Arsenic in rice shows no evidence for posing an immediate health risk to consumers according to an announcement by the Food and Drug Administration (FDA).
The agency released its findings just two months after the FDA recommended new limits on arsenic in apple juice. That decision led the public to demand further investigations into the foods we consume.
According to FDA officials the agency tested more than 1,300 types of rice and rice products, including rice cakes and infant cereals. The agency found that rice products and rice average 3 to 7 micrograms of arsenic per serving. A microgram is one-millionth of a gram and even slight increases in those numbers can change the danger profile for certain substances.
Rice was specifically targeted because most types of rice contain higher level of arsenic compared to apple juice.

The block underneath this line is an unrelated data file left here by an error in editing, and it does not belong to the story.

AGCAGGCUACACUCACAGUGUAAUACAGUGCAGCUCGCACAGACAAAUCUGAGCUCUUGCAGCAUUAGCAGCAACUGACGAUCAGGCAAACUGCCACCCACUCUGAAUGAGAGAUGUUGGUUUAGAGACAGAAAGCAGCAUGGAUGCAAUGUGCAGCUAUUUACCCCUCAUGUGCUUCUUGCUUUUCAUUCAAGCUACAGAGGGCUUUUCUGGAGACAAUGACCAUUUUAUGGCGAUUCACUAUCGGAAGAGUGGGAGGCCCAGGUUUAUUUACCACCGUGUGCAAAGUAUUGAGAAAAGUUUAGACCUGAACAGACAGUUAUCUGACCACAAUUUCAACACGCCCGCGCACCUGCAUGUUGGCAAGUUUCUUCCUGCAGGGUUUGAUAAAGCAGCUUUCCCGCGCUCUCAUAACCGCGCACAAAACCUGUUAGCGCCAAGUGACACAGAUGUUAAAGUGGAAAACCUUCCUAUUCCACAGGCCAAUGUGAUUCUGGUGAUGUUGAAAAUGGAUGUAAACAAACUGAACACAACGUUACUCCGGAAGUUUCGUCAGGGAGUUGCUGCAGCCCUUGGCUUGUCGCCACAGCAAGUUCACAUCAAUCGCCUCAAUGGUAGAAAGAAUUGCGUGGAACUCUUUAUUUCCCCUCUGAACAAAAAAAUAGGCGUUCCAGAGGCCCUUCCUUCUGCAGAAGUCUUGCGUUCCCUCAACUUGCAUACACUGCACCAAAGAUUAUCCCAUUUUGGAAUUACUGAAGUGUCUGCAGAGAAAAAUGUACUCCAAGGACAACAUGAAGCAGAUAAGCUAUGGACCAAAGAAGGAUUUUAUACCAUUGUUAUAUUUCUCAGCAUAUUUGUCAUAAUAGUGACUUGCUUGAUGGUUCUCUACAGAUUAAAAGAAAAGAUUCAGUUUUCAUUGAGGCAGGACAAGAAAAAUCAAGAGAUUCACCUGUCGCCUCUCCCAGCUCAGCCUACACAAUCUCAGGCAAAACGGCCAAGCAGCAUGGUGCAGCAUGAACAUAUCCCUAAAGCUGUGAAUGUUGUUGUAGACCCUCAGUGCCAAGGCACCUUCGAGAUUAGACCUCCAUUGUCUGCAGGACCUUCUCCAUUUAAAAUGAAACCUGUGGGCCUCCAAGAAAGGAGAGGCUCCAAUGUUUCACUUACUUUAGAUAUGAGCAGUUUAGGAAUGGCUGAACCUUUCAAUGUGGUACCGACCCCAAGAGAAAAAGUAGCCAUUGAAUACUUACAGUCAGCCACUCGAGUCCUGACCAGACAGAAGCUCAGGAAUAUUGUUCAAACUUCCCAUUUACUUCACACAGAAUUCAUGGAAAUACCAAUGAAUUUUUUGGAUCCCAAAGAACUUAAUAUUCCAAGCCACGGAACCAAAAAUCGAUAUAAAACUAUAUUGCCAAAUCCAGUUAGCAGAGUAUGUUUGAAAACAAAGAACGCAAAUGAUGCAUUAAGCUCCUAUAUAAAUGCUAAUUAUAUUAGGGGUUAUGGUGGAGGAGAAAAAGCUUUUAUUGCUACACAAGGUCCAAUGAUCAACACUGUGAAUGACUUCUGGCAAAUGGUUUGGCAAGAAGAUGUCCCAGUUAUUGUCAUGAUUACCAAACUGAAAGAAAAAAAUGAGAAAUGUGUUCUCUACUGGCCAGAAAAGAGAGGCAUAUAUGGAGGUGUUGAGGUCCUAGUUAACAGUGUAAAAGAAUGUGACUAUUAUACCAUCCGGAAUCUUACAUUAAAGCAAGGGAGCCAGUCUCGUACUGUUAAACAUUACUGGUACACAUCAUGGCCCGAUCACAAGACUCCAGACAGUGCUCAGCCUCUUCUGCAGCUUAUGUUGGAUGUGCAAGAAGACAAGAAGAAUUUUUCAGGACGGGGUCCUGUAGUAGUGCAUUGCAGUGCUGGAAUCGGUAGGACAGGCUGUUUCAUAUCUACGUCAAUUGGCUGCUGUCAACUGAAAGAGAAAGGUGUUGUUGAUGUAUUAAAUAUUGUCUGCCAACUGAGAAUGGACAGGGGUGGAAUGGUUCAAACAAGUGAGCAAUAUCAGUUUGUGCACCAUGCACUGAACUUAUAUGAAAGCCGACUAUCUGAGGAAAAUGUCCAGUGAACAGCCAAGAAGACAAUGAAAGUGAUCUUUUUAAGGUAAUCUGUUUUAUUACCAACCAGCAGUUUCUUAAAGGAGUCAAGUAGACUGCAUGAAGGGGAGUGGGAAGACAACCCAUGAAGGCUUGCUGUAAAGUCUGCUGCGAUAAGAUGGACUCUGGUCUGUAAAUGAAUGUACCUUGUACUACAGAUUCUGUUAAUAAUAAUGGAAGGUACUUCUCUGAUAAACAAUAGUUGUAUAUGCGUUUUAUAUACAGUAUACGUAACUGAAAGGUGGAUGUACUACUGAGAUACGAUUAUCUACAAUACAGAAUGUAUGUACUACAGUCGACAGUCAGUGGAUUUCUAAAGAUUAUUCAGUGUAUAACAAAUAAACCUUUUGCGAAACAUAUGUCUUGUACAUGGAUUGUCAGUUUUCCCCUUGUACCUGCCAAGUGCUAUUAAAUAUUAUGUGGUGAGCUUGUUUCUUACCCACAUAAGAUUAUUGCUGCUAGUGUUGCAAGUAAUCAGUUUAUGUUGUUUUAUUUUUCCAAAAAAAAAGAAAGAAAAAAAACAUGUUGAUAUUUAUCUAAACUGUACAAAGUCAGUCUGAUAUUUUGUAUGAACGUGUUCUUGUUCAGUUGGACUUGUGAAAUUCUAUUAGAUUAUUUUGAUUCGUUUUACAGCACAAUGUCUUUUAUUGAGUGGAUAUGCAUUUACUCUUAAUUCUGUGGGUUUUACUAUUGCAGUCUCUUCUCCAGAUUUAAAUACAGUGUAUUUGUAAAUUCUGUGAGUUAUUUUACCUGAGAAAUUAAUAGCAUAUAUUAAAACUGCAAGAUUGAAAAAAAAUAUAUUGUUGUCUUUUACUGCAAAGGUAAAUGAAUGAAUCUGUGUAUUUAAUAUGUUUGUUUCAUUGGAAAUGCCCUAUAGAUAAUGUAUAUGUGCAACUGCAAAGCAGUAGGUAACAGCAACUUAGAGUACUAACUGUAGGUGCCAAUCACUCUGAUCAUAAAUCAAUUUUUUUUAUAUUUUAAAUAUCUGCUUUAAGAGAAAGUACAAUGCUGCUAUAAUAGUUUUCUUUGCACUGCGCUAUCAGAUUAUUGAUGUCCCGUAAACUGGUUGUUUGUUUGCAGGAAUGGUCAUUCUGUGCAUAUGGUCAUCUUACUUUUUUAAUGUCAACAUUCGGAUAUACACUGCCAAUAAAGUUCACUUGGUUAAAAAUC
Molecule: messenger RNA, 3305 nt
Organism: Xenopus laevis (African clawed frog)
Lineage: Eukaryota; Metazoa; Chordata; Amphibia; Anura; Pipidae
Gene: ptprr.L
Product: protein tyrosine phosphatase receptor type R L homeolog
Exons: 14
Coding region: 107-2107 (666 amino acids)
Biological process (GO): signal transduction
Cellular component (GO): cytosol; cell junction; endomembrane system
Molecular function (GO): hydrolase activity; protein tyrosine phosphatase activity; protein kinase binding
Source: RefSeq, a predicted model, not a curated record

Because rice is used in so many types of products the testing performed by FDA officials was more complex than apple juice testing.
Arsenic is found naturally in our environment but industrial contamination can lead to higher levels of the substance in the products we consume.
Arsenic contamination entered the public mindset in 2011 when Dr. Oz claimed that apple juice was affected by higher than normal arsenic levels.
Citing a toxicological profile published by the federal government FDA officials say arsenic levels in rice and rice product samples are too low to cause short term harm. The agency did not comment on the long-term side effects of the substance. Experts say it is harder to determine the long-term side effects because they don’t yet understand the health effects for rice based on certain demographics.
The FDA says it will likely conduct a risk assessment to consider precisely how arsenic affects different demographics.
Are you worried about arsenic levels in the food and drink you consume every single day?